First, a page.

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    Preparing for a Changing Market

    Foodservice operators learn ways to adapt at 2014 National Restaurant Association Show

    By Angela Hanson, Convenience Store News

    The keynote speaker at the National Restaurant Association (NRA) 2014 Restaurant, Hotel-Motel Show had a single piece of advice for foodservice operators at all levels.

    ?You have to have a winning attitude and mindset if you?re going to win in the restaurant world,? said Earvin ?Magic? Johnson, who since retiring from sports has focused on bringing jobs and brand-name businesses to underserved communities through the Magic Johnson Foundation and his own business ventures.

    As a business owner, the former basketball star said he?s found success by being willing to do any job, even the small or dirty ones, in order to learn the business and show employees the kind of commitment to strive for.

    He advised NRA Show attendees to truly understand their market and not rely on conventional wisdom that might not be helpful. ?Always know your customer. That?s very important,? he said. ?Then, you?ve got to speak to that customer each and every day.?

    Hundreds of businesses exhibited their wares at the NRA Show, which took place May 17?20 in Chicago. Although occupying different segments of the industry, many agreed on one thing: The foodservice market is changing, and both retailers and suppliers must also change to keep pace.

    The coffee and tea market, in particular, is evolving. ?Coffee is the new battleground for convenience stores vs. QSRs [quick-service restaurants],? Mike Keown, CEO of Farmer Bros. Co., told Convenience Store News on the expo floor. ?Many c-stores are finding they can sell a better-quality coffee at a higher price and still offer great value.? He also noted that Millennials will cause ?profound change? in hot and cold dispensed programs.

    On the carbonated soft drink front, suppliers are doing their best to entice customers through the power of customization. The Coca-Cola Co. previewed a new, smaller version of its Freestyle fountain dispenser that offers fewer combinations of soda brands and flavorings but takes up less space. PepsiCo Inc., meanwhile, highlighted its own customization-focused fountain dispenser, the Spire, which is capable of making more than 1,000 beverage combinations in its largest format.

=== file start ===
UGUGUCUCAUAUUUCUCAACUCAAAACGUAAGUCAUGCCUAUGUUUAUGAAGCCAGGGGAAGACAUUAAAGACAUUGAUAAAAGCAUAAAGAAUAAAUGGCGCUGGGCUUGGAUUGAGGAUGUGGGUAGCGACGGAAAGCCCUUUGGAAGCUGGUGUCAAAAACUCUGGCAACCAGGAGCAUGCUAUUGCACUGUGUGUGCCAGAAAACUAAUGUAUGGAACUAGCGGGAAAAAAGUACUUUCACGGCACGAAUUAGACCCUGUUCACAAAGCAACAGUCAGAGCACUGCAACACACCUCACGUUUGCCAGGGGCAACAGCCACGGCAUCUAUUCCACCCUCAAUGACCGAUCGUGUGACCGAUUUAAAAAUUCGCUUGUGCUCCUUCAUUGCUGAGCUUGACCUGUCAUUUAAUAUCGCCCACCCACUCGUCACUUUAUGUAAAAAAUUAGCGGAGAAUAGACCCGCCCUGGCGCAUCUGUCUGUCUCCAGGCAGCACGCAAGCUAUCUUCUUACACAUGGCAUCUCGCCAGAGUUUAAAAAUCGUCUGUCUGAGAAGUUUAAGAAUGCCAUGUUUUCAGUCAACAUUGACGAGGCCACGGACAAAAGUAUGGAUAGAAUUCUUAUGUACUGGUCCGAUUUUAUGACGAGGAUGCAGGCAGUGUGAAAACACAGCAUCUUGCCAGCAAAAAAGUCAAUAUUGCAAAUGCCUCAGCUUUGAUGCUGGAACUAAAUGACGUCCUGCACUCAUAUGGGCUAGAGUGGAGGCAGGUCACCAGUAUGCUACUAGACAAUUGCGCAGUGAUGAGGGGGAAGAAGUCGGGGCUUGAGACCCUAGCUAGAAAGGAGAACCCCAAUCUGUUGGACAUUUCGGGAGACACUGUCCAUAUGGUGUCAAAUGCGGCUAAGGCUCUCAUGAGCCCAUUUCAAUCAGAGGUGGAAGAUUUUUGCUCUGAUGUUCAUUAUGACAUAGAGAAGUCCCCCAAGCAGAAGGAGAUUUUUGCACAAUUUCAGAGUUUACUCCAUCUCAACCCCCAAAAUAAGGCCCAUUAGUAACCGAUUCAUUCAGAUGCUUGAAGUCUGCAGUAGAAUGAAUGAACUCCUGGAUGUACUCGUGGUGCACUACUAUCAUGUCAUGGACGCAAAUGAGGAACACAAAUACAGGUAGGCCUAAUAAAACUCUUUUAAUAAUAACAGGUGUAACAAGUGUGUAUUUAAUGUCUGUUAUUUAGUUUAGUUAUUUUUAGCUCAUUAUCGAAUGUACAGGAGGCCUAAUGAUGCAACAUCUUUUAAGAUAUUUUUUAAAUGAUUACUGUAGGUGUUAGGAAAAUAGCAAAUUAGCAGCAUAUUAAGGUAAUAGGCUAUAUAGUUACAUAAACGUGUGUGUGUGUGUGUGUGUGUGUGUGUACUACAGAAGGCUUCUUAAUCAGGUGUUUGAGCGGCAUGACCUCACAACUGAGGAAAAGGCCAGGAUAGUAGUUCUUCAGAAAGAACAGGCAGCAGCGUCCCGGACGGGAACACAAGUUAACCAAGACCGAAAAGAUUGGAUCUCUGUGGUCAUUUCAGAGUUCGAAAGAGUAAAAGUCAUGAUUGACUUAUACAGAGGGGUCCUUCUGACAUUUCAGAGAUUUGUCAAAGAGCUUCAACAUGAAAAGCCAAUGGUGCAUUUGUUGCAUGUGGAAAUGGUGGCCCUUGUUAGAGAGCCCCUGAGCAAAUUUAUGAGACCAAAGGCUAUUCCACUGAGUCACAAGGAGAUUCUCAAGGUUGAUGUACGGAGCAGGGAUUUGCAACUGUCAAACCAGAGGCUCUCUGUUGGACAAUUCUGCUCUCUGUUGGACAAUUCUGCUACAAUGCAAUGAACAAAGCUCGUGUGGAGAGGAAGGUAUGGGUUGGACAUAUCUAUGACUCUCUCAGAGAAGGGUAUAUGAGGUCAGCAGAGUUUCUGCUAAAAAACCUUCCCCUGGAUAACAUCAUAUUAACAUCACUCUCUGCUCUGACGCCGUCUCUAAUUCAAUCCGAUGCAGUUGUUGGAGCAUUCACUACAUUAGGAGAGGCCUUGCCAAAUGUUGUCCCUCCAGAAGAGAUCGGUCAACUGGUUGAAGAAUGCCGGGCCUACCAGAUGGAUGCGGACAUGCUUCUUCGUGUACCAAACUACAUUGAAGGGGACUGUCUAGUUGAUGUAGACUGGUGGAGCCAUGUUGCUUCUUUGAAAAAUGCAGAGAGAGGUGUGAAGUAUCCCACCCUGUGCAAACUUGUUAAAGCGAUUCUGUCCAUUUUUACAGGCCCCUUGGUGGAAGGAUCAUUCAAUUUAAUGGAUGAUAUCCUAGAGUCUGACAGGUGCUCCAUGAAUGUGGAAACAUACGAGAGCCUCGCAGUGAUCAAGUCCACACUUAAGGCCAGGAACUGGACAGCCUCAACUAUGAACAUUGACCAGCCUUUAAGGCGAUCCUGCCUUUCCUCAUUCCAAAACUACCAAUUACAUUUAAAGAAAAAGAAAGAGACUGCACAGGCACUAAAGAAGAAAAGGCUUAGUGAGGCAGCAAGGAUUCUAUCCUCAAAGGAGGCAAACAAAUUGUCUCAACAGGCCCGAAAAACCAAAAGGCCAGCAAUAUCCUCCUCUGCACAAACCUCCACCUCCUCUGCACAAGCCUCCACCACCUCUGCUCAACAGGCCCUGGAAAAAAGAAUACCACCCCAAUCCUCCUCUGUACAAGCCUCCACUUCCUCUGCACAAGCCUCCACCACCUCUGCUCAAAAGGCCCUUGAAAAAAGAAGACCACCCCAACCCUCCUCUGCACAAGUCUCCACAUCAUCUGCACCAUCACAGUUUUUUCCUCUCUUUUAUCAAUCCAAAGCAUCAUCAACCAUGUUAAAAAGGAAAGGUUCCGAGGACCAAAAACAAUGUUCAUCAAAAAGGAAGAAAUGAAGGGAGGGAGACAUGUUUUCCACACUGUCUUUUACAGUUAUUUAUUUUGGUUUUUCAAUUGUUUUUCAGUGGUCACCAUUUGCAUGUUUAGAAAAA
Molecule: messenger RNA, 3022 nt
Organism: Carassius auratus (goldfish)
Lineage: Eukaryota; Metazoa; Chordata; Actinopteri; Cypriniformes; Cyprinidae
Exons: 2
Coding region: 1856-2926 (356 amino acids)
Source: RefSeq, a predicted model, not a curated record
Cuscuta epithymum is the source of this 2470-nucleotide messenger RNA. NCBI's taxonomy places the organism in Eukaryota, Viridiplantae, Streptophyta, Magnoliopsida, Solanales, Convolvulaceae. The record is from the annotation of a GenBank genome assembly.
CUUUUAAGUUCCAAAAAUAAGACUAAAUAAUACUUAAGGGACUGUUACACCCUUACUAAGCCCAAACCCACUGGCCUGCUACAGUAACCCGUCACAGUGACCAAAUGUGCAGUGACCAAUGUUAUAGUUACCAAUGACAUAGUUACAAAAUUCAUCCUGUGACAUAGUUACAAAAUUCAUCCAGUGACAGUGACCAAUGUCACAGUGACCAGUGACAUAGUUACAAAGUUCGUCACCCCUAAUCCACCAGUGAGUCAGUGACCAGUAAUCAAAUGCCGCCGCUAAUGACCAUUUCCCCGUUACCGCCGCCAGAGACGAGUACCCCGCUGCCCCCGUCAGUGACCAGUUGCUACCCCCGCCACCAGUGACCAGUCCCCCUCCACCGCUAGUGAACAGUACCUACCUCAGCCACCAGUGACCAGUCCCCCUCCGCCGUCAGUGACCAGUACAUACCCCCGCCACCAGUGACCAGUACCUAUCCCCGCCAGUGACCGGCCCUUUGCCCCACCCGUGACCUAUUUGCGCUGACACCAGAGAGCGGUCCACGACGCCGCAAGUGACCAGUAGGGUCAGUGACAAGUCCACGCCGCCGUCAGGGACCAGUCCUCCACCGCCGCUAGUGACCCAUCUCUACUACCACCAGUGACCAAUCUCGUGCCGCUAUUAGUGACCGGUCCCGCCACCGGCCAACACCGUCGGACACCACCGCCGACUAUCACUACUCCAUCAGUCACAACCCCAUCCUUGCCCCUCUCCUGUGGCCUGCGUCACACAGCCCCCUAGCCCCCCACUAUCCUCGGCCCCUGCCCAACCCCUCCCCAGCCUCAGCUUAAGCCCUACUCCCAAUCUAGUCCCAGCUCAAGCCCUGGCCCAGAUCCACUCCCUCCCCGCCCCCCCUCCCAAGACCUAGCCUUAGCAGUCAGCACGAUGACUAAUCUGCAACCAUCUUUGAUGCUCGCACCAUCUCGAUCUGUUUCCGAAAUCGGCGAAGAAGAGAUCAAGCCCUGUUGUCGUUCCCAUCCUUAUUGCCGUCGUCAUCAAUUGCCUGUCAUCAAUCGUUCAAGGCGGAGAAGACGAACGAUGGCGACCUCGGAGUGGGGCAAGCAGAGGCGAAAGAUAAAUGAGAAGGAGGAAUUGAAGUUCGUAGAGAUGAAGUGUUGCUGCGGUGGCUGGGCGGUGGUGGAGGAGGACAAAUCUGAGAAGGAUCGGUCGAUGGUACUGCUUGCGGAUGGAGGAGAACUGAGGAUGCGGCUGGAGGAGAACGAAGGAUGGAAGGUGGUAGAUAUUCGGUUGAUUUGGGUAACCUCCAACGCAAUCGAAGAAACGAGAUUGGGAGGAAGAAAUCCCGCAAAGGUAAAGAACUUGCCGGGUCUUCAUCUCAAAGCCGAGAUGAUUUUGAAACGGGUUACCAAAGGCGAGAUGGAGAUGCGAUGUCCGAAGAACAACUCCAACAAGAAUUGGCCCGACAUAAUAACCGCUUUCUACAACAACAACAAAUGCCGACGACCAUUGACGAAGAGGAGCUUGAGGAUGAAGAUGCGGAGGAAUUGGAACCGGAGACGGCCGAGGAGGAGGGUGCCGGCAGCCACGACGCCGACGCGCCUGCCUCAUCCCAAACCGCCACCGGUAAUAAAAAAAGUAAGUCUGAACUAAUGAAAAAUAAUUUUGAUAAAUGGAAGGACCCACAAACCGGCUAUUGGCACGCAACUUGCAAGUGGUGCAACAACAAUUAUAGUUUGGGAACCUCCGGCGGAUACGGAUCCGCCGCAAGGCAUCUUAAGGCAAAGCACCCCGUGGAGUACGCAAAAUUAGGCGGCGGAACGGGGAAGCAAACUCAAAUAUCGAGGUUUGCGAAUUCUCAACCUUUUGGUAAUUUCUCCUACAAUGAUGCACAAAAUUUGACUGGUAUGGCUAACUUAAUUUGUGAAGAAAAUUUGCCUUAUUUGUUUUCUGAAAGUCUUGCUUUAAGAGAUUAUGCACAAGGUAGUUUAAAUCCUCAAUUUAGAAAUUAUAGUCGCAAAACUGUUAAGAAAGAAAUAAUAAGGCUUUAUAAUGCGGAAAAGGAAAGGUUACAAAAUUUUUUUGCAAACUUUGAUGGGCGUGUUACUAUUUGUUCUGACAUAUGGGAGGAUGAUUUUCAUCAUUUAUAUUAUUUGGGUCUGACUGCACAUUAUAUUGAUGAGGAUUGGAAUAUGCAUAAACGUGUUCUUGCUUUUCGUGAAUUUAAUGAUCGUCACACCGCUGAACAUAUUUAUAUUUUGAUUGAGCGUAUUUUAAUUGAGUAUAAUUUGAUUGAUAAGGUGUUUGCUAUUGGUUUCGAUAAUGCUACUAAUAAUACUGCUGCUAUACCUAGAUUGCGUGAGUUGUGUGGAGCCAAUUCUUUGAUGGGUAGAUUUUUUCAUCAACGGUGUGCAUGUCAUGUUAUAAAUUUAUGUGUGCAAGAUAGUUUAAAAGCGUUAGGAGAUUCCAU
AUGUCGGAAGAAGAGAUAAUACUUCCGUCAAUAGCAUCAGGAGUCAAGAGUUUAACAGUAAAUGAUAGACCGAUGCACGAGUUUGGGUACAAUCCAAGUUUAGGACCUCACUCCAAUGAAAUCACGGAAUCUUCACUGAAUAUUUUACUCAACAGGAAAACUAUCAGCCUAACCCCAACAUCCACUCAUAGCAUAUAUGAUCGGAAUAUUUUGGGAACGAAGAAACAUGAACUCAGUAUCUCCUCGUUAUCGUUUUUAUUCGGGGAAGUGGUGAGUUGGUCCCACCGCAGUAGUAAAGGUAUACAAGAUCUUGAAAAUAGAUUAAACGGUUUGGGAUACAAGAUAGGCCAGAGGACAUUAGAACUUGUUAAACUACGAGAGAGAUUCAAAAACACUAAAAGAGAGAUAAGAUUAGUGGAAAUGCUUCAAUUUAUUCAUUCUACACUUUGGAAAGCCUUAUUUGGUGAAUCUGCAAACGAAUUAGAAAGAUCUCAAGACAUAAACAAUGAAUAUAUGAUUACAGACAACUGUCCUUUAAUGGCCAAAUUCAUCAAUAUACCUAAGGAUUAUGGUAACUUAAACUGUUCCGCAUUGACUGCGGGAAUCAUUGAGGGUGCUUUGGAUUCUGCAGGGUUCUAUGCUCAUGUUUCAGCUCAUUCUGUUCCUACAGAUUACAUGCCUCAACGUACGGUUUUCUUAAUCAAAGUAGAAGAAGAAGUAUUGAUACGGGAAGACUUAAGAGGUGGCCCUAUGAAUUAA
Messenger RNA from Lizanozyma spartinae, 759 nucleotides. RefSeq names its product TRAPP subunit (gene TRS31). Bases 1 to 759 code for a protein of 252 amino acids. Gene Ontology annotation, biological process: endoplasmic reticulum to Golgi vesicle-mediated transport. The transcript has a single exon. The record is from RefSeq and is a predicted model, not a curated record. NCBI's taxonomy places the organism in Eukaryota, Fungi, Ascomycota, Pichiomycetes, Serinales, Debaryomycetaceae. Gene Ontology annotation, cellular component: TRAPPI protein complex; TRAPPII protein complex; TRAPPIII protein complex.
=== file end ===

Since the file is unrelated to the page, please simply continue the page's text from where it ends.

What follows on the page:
The NRA Show also featured multiple educational sessions. In one, Mike Sherlock, vice president of fresh food and beverage at Wawa Inc., discussed the convenience store chain?s path to becoming a foodservice powerhouse. He noted that c-stores and restaurants have more in common than some might realize, comparing the turnover of a parking space at c-stores to the turnover of a table at restaurants.

    ?We love the customers, but we love the customers three to five minutes at a time,? he said.

    By Angela Hanson, Convenience Store News
    • About Angela Hanson Angela Hanson is associate editor for EnsembleIQ's Convenience Store News, where she is responsible for primary coverage of the candy, snacks and packaged beverages categories. Since joining CSNews as assistant editor in early 2011, she has played a key role in helping CSNews.com maintain its position as the No. 1 news source for the convenience store industry. Prior to joining CSNews, Hanson served as junior editor at Creative Homeowner book press and as managing editor of Anime Insider magazine. She has degrees in creative writing and visual communication technology from Bowling Green State University.

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